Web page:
Broke-Ass Mom Chicken Broth
Nothing says Broke-Ass Mom more than homemade straight from the earth (or your compost in this case) chicken stock. This has got to be one of the more Broke-Ass things we do around here (besides playing with cardboard boxes on rainy afternoons). If you don’t make your own stock what are you waiting for? It’s easy, it’s cheap, and it’s downright yummy.
Start with your compost. Think about the things you’d like to flavor your soup with: onion, celery, carrots, garlic, and shallots. Now every time you cut up any of these things, take the scraps that you would usually throw away into your compost, put them in a freezer bag and store them in your freezer. You’ll want to save skins, the ends, or the leaves.
Next, dig through that compost for your chicken scraps. If you’re truly a Broke-Ass Mom you buy whole chickens rather than boneless skinless chicken breasts. On average you can get a whole chicken for about $2/lb, if you’re really lucky, and living in the right part of the country you might be able to get one for less than a buck a pound. Once you’re done eating the chicken, save the bones, the skins, and the carcass. Put all these things into a freezer bag next to your new veggie compost collection now being stored in your freezer.
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Once you’ve got a gallon filled bag of both the veggies and the chicken bits, you’re ready for your stock. Hopefully you already have on hand two large (about 10-12 quarts) stockpots. If not, just run down to your Goodwill and buy yourself two of them. Throw all veggie plus chicken bits into one pot and fill the rest of the pot with cold water. Boil this for at least 3 – 4 hours (keep an eye on it that it doesn’t overflow). We tend to do this on rainy weekends, when we know we’re not leaving the house. But you could start this during naptime and have it easily finished by dinnertime.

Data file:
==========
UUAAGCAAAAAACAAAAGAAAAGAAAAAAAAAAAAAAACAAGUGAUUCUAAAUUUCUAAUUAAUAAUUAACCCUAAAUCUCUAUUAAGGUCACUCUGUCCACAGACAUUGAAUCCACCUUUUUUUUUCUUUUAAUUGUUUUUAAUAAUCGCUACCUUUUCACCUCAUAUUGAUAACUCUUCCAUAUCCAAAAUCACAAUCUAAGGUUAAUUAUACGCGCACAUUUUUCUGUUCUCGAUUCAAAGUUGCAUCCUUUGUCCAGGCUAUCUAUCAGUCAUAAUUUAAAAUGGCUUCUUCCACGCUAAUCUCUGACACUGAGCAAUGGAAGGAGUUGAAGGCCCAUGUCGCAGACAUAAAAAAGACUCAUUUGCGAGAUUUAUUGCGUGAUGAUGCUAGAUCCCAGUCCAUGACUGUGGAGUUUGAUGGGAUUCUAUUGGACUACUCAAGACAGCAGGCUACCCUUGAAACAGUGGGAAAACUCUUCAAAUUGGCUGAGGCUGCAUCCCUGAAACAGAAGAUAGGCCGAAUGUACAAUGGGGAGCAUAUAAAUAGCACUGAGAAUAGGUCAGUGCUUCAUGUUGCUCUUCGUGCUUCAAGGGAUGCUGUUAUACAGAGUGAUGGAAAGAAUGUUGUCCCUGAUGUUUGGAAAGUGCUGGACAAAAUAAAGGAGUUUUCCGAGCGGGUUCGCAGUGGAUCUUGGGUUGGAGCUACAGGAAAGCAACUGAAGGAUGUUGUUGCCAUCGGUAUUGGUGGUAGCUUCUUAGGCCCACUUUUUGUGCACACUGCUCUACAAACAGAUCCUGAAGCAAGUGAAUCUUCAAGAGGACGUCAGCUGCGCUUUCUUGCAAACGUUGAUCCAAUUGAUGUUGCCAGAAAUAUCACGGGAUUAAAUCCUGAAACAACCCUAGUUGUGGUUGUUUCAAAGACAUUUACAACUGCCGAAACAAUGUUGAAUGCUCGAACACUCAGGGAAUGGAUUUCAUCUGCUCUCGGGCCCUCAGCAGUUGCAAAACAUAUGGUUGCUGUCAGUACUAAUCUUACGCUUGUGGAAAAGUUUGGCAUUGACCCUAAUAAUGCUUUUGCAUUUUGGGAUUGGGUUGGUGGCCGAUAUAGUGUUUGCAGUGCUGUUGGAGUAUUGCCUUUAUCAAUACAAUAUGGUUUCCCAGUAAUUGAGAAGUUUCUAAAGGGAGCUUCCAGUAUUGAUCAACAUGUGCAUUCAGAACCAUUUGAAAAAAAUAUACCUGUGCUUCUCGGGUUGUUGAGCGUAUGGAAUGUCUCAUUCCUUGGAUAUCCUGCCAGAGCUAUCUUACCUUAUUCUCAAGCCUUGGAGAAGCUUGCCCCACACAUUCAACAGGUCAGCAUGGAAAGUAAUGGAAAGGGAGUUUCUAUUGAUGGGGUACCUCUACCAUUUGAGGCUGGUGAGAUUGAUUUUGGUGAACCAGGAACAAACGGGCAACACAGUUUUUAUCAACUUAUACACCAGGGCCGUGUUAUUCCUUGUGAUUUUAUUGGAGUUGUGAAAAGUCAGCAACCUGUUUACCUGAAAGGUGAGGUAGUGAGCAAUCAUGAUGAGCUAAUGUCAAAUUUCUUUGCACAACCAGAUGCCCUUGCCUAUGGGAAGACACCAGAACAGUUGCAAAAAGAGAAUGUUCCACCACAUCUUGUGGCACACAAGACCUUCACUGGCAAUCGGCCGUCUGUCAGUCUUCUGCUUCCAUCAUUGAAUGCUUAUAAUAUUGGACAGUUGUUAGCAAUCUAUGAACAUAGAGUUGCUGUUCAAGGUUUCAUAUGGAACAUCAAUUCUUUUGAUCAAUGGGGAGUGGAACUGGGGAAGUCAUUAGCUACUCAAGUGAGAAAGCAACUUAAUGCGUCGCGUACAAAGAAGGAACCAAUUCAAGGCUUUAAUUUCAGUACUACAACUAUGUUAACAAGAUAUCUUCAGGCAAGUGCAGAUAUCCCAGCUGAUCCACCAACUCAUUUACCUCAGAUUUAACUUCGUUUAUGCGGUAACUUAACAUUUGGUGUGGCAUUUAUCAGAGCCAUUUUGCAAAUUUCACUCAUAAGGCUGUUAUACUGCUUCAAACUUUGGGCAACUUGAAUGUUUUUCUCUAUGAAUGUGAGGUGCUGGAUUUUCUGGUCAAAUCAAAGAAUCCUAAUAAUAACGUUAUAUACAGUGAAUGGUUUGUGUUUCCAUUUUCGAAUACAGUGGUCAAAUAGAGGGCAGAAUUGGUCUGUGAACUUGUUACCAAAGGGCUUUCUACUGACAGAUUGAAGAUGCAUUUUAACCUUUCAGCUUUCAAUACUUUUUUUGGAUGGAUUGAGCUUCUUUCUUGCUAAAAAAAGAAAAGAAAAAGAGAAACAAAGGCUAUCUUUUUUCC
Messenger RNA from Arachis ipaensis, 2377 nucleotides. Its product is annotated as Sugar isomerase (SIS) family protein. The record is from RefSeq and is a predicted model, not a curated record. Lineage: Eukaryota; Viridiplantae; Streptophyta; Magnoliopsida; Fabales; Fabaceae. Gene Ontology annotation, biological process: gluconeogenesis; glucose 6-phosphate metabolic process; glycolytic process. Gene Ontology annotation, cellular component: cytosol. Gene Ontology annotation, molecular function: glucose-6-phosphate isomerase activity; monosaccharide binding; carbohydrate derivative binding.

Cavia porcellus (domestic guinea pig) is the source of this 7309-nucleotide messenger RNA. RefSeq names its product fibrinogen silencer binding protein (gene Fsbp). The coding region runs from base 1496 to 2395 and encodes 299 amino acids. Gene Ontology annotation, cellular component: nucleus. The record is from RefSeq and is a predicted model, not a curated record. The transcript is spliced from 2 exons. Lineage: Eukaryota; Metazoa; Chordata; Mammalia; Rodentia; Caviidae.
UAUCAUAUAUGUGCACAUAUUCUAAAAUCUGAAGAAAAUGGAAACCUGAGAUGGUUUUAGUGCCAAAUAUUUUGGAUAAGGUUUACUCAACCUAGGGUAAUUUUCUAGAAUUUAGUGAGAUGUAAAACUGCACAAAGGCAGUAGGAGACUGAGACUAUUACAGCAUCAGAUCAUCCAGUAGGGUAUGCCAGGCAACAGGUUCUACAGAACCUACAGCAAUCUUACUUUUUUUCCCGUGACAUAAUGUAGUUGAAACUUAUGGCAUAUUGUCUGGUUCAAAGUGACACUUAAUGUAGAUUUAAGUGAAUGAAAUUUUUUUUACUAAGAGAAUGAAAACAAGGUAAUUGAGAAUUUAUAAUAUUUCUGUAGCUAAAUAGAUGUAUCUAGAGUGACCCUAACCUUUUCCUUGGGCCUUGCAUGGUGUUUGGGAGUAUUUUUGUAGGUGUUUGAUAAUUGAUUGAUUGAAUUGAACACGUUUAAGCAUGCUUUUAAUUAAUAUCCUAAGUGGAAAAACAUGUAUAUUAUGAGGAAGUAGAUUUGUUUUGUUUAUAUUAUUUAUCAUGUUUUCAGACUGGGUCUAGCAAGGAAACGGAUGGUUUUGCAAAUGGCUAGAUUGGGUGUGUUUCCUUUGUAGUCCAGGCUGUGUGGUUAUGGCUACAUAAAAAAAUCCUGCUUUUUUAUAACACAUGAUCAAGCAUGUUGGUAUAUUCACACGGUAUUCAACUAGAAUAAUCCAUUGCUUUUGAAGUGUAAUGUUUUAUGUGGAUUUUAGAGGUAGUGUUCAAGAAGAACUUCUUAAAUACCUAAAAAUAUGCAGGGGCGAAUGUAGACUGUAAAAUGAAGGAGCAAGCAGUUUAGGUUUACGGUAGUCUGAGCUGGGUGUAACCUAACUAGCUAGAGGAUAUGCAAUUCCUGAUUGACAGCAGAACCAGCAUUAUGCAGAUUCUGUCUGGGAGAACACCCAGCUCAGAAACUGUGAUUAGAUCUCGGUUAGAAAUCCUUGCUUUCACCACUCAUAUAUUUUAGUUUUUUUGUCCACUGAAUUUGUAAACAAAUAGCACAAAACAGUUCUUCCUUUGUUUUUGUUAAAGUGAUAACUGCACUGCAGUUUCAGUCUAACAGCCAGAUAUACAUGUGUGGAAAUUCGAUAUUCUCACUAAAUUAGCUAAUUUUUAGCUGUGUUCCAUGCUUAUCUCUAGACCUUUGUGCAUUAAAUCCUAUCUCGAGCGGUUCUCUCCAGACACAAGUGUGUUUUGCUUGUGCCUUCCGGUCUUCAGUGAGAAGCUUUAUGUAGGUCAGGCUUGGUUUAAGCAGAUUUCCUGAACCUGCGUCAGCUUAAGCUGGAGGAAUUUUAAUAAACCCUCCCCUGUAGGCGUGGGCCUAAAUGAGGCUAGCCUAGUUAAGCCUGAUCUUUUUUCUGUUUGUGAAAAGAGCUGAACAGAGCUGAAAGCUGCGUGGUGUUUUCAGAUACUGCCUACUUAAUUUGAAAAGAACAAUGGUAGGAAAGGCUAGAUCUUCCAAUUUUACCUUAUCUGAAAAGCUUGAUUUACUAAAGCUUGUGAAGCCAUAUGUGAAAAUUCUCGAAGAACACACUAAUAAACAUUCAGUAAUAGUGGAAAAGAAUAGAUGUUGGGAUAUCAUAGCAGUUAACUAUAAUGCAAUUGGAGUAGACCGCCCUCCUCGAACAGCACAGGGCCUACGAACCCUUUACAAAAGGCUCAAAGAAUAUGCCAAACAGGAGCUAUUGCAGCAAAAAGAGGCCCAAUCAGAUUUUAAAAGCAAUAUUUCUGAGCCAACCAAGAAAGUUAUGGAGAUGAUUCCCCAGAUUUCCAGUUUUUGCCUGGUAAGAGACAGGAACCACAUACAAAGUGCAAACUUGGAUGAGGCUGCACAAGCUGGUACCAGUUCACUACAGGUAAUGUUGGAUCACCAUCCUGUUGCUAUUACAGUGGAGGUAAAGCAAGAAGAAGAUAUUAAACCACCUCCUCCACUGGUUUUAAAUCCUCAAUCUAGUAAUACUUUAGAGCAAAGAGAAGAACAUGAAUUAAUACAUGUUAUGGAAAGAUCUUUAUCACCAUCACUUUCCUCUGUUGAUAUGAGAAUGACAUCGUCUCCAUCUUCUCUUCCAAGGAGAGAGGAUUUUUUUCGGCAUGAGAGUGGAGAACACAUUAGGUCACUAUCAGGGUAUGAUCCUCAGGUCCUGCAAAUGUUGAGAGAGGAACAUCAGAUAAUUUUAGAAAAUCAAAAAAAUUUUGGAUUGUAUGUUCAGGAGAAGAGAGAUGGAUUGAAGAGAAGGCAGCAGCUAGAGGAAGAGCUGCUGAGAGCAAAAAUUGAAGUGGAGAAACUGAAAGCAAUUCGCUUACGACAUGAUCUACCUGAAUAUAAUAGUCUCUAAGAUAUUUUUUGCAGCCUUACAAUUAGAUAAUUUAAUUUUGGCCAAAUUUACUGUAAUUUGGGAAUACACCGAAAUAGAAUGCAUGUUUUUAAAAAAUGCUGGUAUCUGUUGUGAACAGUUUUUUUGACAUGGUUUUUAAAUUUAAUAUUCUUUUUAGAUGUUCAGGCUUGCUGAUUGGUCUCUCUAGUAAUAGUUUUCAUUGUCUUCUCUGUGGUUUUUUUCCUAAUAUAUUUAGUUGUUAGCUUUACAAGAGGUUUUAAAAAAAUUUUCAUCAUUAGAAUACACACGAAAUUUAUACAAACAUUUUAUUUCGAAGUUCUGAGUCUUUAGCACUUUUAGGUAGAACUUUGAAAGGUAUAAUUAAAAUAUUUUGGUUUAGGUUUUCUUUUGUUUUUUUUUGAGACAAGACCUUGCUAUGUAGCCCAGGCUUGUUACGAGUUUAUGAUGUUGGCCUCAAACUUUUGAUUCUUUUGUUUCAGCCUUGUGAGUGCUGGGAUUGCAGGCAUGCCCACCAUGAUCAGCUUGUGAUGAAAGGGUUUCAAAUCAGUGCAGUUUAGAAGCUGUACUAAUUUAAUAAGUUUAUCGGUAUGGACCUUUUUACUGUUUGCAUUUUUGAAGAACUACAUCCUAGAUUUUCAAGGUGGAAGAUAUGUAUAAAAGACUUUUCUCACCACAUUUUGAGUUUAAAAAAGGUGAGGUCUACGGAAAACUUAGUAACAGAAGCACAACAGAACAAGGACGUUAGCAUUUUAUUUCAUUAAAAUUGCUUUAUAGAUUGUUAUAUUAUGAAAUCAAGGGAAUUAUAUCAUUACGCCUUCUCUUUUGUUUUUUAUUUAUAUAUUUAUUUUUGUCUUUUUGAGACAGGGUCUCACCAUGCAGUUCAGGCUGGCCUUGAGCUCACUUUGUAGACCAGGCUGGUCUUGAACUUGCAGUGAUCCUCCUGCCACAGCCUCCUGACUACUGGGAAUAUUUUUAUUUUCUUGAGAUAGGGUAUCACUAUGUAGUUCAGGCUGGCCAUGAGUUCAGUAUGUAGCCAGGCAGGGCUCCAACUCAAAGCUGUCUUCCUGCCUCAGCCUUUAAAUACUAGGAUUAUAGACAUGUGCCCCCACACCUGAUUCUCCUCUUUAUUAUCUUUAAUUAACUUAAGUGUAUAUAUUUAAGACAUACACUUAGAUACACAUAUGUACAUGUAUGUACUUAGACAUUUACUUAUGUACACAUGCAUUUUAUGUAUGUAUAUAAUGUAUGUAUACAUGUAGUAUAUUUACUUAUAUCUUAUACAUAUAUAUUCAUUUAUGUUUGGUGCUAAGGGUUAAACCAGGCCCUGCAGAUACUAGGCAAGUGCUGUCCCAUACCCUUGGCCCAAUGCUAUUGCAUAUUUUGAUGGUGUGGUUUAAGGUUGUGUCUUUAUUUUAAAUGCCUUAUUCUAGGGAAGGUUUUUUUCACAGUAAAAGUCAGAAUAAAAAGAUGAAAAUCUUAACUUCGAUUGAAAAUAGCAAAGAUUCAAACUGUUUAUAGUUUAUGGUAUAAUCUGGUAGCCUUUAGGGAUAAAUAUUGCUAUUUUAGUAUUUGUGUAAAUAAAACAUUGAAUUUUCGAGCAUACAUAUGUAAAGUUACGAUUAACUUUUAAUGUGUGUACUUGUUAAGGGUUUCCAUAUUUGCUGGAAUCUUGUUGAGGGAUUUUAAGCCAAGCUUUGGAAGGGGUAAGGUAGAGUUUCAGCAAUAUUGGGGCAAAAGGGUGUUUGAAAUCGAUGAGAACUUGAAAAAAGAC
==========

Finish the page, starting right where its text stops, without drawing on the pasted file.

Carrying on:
Once you’ve boiled it, strain out everything but the water (now your stock). For this you need a rather large strainer (with a very fine mesh) so you don’t have to spend your afternoon straining it, and you can strain it right over your second pot. Little by little pour from your first pot into the strainer over the second pot. When you’ve finished straining everything out, you’ll want to degrease the liquid. The simplest, and most Broke-Ass method, is to put the second pot now full of liquid into the refrigerator until a layer of fat forms on top easy enough to scoop out and remove.
That’s it. Broke-Ass Mom Chicken Broth. Now that you have this you can use it for soup (Thai Chicken Noodle, Chicken and Rice, Chicken Tortilla, etc), for sauce (Chicken with Tarragon Sauce, Veloute, Espagnole, etc), or for flavoring (cook with green beans, asparagus, spinach, etc). Enjoy!
Photo by: Istockphoto RickLord Photography